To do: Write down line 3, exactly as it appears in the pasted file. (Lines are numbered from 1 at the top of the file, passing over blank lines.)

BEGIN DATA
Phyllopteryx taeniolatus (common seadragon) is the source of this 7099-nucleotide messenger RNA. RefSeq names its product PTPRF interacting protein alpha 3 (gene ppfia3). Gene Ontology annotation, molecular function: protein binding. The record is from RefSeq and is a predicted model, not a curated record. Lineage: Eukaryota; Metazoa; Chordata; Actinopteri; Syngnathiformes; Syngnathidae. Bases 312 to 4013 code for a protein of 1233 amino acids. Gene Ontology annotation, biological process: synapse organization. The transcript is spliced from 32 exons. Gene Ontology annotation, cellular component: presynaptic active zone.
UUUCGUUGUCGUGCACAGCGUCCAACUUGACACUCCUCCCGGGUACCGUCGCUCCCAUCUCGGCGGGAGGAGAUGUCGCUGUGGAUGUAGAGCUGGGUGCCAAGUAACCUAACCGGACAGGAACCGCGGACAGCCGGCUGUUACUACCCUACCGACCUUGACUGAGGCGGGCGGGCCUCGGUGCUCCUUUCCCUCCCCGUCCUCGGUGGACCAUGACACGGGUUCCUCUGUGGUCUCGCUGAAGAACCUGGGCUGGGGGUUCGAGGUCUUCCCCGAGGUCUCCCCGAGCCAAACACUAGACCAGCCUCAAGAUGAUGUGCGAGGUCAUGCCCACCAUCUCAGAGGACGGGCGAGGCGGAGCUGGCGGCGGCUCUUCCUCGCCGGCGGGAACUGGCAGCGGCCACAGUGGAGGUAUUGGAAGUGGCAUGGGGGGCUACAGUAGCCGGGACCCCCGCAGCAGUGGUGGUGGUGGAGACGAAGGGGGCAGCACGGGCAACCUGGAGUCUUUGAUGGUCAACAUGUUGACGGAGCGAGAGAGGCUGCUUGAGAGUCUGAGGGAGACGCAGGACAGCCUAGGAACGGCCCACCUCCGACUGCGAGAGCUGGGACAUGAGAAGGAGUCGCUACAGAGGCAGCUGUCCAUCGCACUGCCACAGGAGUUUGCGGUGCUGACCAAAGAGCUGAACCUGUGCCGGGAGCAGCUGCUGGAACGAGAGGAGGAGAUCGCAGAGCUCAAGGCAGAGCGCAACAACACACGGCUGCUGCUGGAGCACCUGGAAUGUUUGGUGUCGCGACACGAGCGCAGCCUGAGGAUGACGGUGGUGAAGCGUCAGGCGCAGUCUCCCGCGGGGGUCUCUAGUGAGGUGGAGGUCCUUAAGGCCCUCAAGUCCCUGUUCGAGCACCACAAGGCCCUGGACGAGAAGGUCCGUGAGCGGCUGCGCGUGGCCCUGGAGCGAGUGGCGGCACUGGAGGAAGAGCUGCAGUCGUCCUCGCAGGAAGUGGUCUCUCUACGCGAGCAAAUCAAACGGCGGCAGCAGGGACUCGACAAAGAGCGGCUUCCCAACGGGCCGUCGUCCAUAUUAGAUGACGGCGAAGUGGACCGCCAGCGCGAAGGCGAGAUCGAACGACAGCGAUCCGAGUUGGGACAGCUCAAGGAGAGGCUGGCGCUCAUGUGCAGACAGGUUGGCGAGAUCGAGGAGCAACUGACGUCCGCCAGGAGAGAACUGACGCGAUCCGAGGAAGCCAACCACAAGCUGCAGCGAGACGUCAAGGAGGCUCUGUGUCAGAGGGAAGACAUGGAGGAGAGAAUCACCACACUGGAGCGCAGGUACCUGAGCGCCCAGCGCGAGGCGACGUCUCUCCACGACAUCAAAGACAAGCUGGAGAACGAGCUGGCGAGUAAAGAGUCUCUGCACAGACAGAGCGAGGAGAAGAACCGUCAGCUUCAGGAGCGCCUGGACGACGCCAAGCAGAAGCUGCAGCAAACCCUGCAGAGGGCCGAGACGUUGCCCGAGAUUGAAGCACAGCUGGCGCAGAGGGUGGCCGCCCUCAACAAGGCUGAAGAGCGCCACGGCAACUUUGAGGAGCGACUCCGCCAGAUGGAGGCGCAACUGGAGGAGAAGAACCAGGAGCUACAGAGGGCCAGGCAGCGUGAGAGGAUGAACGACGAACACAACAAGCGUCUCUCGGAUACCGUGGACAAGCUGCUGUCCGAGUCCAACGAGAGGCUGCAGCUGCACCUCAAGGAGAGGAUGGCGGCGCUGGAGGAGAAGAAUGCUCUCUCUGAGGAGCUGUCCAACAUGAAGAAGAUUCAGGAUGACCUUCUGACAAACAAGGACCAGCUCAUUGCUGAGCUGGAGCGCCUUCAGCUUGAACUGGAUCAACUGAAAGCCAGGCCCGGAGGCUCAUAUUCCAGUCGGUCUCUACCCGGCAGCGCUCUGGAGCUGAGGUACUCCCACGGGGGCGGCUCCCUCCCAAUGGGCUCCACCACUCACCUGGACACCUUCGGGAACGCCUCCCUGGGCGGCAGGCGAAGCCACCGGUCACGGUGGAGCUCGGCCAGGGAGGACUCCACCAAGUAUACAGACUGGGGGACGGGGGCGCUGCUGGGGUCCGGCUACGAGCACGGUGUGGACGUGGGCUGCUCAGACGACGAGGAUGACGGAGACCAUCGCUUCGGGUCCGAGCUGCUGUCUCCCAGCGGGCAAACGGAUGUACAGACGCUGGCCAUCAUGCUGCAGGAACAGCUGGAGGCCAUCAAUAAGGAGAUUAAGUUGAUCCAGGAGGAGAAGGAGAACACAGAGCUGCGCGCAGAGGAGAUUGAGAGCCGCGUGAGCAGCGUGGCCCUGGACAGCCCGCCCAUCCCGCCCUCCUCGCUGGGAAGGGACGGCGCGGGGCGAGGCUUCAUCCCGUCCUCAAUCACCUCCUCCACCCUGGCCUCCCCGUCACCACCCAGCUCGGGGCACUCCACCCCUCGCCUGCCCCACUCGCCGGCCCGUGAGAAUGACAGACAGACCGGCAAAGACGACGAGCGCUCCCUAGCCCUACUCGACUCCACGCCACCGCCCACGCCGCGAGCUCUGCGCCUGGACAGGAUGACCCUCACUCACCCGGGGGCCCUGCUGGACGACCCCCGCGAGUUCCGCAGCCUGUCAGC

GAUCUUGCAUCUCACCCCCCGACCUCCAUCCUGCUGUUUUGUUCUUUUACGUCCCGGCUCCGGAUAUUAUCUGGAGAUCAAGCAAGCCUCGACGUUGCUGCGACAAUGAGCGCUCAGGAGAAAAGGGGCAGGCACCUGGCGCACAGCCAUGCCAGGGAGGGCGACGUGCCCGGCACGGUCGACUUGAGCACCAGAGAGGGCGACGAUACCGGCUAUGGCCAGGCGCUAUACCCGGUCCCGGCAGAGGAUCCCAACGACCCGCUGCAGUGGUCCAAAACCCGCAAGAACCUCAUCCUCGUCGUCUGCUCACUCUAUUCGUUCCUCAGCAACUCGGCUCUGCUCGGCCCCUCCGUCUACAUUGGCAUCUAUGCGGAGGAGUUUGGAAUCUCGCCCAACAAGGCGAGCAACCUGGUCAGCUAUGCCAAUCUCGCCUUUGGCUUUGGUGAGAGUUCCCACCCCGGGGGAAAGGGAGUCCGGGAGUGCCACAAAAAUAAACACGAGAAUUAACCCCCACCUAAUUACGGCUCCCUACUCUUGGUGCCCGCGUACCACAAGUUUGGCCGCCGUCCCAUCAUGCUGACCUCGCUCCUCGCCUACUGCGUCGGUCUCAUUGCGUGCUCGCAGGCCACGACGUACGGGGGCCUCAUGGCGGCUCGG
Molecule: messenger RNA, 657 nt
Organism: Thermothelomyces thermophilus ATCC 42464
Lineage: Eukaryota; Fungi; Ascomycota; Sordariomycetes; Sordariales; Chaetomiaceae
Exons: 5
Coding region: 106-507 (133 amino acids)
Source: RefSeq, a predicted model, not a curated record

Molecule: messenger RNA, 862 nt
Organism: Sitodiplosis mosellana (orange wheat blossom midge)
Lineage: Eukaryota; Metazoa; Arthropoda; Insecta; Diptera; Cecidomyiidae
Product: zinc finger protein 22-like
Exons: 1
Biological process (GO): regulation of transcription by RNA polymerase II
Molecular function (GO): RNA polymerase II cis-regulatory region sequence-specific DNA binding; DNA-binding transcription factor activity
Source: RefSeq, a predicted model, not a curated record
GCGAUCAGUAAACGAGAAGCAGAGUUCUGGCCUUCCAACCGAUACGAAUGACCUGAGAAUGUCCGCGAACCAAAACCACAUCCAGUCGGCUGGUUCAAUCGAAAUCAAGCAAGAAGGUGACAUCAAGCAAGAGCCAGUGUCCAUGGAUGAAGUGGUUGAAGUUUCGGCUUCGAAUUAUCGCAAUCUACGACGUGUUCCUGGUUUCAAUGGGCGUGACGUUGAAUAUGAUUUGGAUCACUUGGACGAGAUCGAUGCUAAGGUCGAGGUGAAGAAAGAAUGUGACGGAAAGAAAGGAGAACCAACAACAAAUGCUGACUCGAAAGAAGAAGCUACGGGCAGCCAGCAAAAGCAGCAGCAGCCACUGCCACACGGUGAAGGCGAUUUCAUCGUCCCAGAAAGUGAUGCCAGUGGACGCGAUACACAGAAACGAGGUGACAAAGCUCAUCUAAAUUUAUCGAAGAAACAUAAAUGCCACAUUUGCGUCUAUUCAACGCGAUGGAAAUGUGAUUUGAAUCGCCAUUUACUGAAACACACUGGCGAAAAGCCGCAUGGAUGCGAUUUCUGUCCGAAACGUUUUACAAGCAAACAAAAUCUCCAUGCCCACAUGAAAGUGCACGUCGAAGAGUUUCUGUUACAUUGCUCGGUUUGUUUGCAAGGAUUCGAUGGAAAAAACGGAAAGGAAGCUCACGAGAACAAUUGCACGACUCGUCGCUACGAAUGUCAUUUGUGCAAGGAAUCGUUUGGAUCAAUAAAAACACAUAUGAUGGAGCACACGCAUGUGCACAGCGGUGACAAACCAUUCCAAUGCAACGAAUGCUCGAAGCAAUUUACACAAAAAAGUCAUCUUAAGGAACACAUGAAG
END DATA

GAUCUUGCAUCUCACCCCCCGACCUCCAUCCUGCUGUUUUGUUCUUUUACGUCCCGGCUCCGGAUAUUAUCUGGAGAUCAAGCAAGCCUCGACGUUGCUGCGACAAUGAGCGCUCAGGAGAAAAGGGGCAGGCACCUGGCGCACAGCCAUGCCAGGGAGGGCGACGUGCCCGGCACGGUCGACUUGAGCACCAGAGAGGGCGACGAUACCGGCUAUGGCCAGGCGCUAUACCCGGUCCCGGCAGAGGAUCCCAACGACCCGCUGCAGUGGUCCAAAACCCGCAAGAACCUCAUCCUCGUCGUCUGCUCACUCUAUUCGUUCCUCAGCAACUCGGCUCUGCUCGGCCCCUCCGUCUACAUUGGCAUCUAUGCGGAGGAGUUUGGAAUCUCGCCCAACAAGGCGAGCAACCUGGUCAGCUAUGCCAAUCUCGCCUUUGGCUUUGGUGAGAGUUCCCACCCCGGGGGAAAGGGAGUCCGGGAGUGCCACAAAAAUAAACACGAGAAUUAACCCCCACCUAAUUACGGCUCCCUACUCUUGGUGCCCGCGUACCACAAGUUUGGCCGCCGUCCCAUCAUGCUGACCUCGCUCCUCGCCUACUGCGUCGGUCUCAUUGCGUGCUCGCAGGCCACGACGUACGGGGGCCUCAUGGCGGCUCGG